Toll roads – no more cash “tolling”

Beginning May 2014, the local toll roads no longer accept cash.  Drivers can either have a FasTrack transponder, or sign up for an ExpressAccount.  One-time visitors can use the toll roads but must visit the website within 48 hours to pay.

What’s so inane about that you ask?  In the months prior to this event, TheTollRoads was advertising “Cash tolling ends in X days”.  Tolling.  A toll is a fee that you pay.  Toll as a verb is what a bell does when you ring it.  You cannot just add “ing” to the end of a noun and “create” a verb.  An easy test (if you are too lazy to use a dictionary) is to try adding “ing” to a synonym (word that means the same).  Toll is a fee.  So, does it make any sense to say “Cash feeing ends in X days”?  Hmm… seems awkward, doesn’t it?  The toll levied is also the price for passage, so let’s try that: “Cash pricing ends in X days”.  Nope, that doesn’t work either, does it?

Just in case you are curious, the toll roads (133, 241 and 261) were built with loans that can only be paid back by tolls.  For the fiscal year 2013, operating revenues were $129.4 million representing 56,173,061 transactions.  As of December 2013, the outstanding bond debt was $2.3 billion.  Just doing some basic math shows that (not including interest), the principal will take 17.8 years to repay at current usage levels (2031).  Interest will push this out several more years, and the debt is now due in 2053, but with no pre-payment penalty.  It will be interesting to see if the toll collection system is dismantled (as one would hope) when the loans are paid.  Government does have a nasty habit of keeping revenue collection going even when it’s no longer needed, and they are simply making a profit with it.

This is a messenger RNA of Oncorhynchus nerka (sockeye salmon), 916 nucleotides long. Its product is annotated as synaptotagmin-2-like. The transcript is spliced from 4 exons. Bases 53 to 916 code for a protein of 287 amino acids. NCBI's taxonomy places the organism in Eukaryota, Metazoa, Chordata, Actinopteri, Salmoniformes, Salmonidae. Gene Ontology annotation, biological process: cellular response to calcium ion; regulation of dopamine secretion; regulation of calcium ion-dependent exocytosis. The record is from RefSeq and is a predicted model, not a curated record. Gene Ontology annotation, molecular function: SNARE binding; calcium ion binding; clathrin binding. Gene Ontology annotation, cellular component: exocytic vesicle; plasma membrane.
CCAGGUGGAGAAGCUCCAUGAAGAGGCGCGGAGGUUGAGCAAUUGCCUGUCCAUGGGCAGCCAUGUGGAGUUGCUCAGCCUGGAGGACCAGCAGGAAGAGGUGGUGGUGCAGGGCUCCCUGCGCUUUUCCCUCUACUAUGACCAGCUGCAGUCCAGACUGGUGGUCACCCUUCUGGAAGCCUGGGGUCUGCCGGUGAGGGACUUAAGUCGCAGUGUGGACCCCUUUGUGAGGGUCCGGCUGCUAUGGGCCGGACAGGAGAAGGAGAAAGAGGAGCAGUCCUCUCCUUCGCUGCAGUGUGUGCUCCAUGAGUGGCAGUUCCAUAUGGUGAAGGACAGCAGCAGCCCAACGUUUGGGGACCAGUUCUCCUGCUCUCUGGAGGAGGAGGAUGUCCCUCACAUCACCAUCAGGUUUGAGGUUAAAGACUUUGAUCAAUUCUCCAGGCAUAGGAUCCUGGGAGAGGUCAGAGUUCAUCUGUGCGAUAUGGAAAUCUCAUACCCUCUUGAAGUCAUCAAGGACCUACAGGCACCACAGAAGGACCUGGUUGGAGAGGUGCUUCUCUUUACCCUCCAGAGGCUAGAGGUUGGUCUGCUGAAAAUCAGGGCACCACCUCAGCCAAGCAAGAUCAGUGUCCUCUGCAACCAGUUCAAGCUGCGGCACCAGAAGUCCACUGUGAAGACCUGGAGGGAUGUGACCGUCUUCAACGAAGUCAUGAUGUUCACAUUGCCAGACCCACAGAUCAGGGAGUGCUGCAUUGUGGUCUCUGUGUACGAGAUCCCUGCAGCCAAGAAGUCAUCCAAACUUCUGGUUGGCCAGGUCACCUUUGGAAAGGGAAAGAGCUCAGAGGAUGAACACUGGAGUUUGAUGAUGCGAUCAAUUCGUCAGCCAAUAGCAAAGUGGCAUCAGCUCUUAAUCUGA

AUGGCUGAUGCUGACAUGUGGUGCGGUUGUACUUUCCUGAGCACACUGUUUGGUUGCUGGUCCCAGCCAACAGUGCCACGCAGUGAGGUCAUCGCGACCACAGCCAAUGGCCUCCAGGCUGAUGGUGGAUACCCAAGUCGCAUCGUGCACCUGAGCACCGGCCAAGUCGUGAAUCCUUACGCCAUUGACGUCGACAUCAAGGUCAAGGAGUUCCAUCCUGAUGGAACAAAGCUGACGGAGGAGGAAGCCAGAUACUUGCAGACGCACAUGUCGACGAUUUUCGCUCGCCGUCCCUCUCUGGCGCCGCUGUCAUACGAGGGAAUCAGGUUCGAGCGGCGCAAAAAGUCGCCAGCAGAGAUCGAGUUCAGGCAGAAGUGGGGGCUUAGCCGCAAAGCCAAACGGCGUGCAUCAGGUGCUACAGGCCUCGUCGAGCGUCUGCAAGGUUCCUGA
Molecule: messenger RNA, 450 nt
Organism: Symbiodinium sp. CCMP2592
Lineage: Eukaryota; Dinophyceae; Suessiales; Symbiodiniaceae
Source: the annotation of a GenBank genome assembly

Google Glass application: helper for Pilots in the cockpit

I’ve seen some fairly inane apps to leverage the Google Glass head-mounted display system.  A lot of them strike me as a solution looking for a problem.  Here’s one that seems like a really good one though; Aviation information (checklists, approach info, runway layouts, etc). 

The great thing about this is that the pilot can access this information without having to take their eyes away from the outside world.  This can be critical for avoiding things like collisions on the runway, or even mid-air.  When you are in “cruise mode”, you can afford to look down and do other things for a bit, as it’s a fairly low-event part of the flight.  Arrival and departure times are anything but!  There’s lots to look at, lots to do, and lots of information you need handy.

Here’s a video demonstration by Adventia European college of Aeronautics.  Ok, so it’s not thrill-a-minute footage, but a good flight isn’t supposed to be a hair-raising event!